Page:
We’ve learned a great deal in the past few months—our medical workers are amazing; social interaction is underrated; and teachers are severely underappreciated. And one thing that hit home for me? Our park system is a vital service.
Of course I’m biased, but not a day went by that I didn’t see people walking our trails, playing on a playground, or riding bikes at Carvins Cove or Mill Mountain. Our social media feed was filled with you, all of you, taking the time to get outside not just for your physical health, but for your sanity. Fear, anxiety, stress—these were (and still are) prevalent for so many of us, and one thing we could (and can) do to clear our minds is just get outside.
I’ve always known the value of parks. Professionally, I travel the country giving presentations on their importance for economic development, livability, and public safety. But I was reminded that they’re also a refuge. We flocked to them during this pandemic. For the first time, when it’s socially acceptable to sit on the couch for days on end, we found ourselves drawn outside. Families picnicked, kids played, and neighbors were talking to one another, face to face (six feet apart of course). And I can’t thank the men and women of our department who have worked so very hard to keep our parks and trails clean, safe, and well-maintained.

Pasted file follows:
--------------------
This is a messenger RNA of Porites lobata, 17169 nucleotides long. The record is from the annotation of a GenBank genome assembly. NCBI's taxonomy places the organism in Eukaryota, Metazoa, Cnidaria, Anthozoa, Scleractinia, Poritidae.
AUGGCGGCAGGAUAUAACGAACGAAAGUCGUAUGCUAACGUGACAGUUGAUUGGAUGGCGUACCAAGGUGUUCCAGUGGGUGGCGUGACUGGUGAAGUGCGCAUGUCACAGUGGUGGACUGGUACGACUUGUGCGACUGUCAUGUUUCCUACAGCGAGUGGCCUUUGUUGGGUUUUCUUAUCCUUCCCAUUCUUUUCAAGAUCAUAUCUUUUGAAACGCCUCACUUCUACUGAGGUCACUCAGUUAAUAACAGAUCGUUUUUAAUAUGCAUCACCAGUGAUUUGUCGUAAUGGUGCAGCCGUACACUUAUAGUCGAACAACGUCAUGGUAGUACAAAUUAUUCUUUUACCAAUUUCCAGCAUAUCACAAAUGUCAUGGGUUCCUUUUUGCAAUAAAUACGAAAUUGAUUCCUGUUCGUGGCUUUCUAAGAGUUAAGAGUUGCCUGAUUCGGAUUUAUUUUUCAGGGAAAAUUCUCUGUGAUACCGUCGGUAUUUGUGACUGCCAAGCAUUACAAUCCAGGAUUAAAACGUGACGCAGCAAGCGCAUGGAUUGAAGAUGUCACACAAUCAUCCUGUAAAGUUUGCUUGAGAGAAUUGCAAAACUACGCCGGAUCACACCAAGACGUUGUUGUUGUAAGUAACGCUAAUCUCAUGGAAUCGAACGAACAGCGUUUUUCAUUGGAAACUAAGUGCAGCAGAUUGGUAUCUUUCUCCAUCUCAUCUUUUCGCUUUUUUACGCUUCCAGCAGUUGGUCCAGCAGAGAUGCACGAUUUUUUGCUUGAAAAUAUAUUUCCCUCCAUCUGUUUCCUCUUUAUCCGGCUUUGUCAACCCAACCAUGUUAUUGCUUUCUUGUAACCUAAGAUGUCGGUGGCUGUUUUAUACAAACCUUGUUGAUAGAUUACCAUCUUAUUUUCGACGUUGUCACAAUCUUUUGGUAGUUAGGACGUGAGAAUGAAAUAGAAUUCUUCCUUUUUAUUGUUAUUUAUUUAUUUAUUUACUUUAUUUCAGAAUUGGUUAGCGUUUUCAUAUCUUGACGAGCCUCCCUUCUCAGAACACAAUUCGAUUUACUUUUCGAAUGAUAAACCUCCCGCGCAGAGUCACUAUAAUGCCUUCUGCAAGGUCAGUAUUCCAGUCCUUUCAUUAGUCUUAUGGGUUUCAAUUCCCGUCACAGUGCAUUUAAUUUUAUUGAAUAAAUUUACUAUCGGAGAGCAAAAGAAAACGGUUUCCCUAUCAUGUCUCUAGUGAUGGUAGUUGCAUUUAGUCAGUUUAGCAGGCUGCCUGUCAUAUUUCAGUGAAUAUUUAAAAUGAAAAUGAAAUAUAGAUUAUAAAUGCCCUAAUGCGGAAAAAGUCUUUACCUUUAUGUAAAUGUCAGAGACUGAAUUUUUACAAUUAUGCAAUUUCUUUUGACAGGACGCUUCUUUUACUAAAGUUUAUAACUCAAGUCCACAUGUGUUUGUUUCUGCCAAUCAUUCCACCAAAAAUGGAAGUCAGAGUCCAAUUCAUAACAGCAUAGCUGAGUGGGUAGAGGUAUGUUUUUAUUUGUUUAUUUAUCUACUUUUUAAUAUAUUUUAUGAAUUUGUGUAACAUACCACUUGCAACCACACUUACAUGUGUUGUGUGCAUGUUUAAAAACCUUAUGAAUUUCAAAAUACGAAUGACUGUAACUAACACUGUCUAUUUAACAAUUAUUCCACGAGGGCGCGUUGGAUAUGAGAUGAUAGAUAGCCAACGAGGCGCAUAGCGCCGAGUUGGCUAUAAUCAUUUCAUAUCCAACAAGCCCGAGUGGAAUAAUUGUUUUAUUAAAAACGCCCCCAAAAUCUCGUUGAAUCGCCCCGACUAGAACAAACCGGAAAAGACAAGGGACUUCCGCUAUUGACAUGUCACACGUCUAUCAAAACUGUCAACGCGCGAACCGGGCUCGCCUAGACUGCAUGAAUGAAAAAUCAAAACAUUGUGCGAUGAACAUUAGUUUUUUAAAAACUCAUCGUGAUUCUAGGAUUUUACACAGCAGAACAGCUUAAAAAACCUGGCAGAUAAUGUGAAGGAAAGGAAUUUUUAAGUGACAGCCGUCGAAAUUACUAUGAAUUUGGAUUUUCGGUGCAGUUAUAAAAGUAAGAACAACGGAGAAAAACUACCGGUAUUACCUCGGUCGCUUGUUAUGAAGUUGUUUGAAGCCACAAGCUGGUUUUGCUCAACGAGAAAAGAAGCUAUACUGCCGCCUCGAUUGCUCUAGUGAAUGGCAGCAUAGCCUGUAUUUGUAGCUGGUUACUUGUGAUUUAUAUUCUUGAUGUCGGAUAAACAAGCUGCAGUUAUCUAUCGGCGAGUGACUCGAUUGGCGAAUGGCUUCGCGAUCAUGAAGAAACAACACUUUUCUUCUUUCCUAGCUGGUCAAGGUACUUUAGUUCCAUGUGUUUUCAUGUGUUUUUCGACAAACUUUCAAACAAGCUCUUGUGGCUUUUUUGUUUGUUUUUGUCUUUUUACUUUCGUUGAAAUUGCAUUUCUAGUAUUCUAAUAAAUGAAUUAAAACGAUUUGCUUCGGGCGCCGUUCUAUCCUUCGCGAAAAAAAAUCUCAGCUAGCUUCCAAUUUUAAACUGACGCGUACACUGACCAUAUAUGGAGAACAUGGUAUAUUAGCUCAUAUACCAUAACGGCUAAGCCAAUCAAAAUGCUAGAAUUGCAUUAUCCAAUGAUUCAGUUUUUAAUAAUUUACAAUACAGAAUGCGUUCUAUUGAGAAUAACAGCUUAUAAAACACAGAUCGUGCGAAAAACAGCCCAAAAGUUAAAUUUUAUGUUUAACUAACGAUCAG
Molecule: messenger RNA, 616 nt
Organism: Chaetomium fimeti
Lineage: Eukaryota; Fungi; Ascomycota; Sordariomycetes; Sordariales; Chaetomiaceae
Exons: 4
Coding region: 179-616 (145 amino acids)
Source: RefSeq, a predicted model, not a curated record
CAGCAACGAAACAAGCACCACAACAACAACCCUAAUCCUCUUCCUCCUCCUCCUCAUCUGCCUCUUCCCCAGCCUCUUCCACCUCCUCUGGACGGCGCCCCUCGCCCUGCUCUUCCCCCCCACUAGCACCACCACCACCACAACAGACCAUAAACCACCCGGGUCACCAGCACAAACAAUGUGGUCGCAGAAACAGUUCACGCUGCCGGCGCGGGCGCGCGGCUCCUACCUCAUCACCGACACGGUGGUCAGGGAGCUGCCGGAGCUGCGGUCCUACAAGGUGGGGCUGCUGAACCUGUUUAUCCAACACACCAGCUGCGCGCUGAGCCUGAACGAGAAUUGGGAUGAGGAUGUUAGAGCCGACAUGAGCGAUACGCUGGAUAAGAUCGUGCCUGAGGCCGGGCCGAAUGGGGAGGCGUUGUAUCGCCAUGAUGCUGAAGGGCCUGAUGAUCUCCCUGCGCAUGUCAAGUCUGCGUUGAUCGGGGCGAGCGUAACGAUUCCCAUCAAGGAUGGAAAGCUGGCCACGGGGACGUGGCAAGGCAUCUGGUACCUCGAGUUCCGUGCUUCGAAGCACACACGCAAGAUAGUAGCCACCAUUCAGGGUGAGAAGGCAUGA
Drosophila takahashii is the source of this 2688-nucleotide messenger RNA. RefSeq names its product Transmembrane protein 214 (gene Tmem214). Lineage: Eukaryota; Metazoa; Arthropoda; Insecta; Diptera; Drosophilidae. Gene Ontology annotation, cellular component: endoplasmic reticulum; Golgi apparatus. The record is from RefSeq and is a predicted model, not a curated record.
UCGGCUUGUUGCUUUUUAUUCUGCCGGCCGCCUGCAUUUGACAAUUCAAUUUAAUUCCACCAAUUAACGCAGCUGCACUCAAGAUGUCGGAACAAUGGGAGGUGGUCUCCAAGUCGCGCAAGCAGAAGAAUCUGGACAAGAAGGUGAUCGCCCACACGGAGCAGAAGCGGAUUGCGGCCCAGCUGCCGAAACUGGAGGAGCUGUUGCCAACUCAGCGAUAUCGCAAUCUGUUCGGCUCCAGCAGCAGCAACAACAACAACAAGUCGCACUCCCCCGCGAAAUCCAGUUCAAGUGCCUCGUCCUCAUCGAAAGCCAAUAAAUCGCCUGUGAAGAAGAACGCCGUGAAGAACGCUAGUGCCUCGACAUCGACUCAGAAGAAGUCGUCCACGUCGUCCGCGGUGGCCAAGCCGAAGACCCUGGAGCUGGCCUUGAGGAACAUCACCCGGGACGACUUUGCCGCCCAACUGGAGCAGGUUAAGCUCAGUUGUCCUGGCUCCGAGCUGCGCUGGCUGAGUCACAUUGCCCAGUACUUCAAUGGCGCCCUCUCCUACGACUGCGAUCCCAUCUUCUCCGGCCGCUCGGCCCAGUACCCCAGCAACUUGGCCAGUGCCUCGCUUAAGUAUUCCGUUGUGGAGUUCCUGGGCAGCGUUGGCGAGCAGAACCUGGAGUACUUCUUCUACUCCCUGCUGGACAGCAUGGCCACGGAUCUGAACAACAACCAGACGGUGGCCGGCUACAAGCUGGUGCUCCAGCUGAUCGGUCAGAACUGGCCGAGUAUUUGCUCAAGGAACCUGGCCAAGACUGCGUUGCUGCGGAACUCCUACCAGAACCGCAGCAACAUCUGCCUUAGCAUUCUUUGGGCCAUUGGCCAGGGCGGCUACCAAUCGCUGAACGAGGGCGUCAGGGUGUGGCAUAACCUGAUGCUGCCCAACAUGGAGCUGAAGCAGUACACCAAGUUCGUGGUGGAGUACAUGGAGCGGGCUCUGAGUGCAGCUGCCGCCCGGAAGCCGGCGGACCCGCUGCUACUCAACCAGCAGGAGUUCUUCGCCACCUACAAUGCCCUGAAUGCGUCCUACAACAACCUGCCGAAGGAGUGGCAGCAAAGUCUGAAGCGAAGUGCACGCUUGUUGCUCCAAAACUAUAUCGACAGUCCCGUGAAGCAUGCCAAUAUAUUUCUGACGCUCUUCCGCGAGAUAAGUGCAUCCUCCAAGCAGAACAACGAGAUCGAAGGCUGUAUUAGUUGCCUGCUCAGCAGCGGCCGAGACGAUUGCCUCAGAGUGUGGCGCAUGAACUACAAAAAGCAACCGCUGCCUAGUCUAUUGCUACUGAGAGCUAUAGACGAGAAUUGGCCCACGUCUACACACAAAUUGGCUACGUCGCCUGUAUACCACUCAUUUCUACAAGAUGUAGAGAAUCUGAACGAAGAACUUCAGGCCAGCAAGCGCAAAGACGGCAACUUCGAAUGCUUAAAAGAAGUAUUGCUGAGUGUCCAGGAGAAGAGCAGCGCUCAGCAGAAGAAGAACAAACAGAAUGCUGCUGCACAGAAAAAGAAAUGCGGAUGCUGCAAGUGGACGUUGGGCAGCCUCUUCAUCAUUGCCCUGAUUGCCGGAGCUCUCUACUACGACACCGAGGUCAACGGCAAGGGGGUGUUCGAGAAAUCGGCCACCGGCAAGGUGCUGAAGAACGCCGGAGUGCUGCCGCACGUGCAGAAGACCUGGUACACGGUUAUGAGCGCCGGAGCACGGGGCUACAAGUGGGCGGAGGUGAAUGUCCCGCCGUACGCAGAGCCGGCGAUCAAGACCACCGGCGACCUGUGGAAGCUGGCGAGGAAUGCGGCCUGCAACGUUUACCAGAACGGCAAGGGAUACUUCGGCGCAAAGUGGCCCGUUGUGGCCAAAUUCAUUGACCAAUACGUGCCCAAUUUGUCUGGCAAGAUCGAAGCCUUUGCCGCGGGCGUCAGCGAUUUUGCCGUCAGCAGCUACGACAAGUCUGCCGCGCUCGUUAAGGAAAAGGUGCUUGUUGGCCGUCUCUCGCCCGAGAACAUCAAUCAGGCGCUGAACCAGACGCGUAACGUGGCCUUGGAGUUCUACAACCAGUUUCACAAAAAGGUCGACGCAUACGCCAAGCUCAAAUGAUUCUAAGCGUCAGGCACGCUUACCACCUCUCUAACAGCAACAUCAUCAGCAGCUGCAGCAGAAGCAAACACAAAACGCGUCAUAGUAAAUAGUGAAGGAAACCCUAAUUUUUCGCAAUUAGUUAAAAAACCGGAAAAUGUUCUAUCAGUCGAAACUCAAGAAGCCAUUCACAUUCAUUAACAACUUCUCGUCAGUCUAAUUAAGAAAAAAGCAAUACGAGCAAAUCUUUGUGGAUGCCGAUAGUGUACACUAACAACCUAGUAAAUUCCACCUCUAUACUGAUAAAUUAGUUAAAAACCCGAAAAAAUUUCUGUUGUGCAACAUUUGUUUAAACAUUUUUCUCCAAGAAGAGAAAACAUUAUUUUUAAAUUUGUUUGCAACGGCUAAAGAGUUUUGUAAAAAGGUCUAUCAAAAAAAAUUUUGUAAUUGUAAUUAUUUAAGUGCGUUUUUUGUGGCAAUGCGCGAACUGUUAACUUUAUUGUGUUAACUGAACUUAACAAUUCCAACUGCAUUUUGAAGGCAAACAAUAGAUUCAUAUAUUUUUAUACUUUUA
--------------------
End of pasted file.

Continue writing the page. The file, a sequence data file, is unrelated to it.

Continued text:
I love what I do, but at times, it can be difficult to see the forest through the trees. This unfortunate event has given me the opportunity to step back and truly recognize the importance of a good park system and the critical role it plays in making a community truly livable. It’s hard to find a silver lining in this, but for me, it’s pride in what we do and what we provide for the people of this community. I’m grateful to all of you for sharing how powerful our public spaces are and how they’ve helped you get through these uneasy times. May they continue to provide comfort and refuge in the good times to come.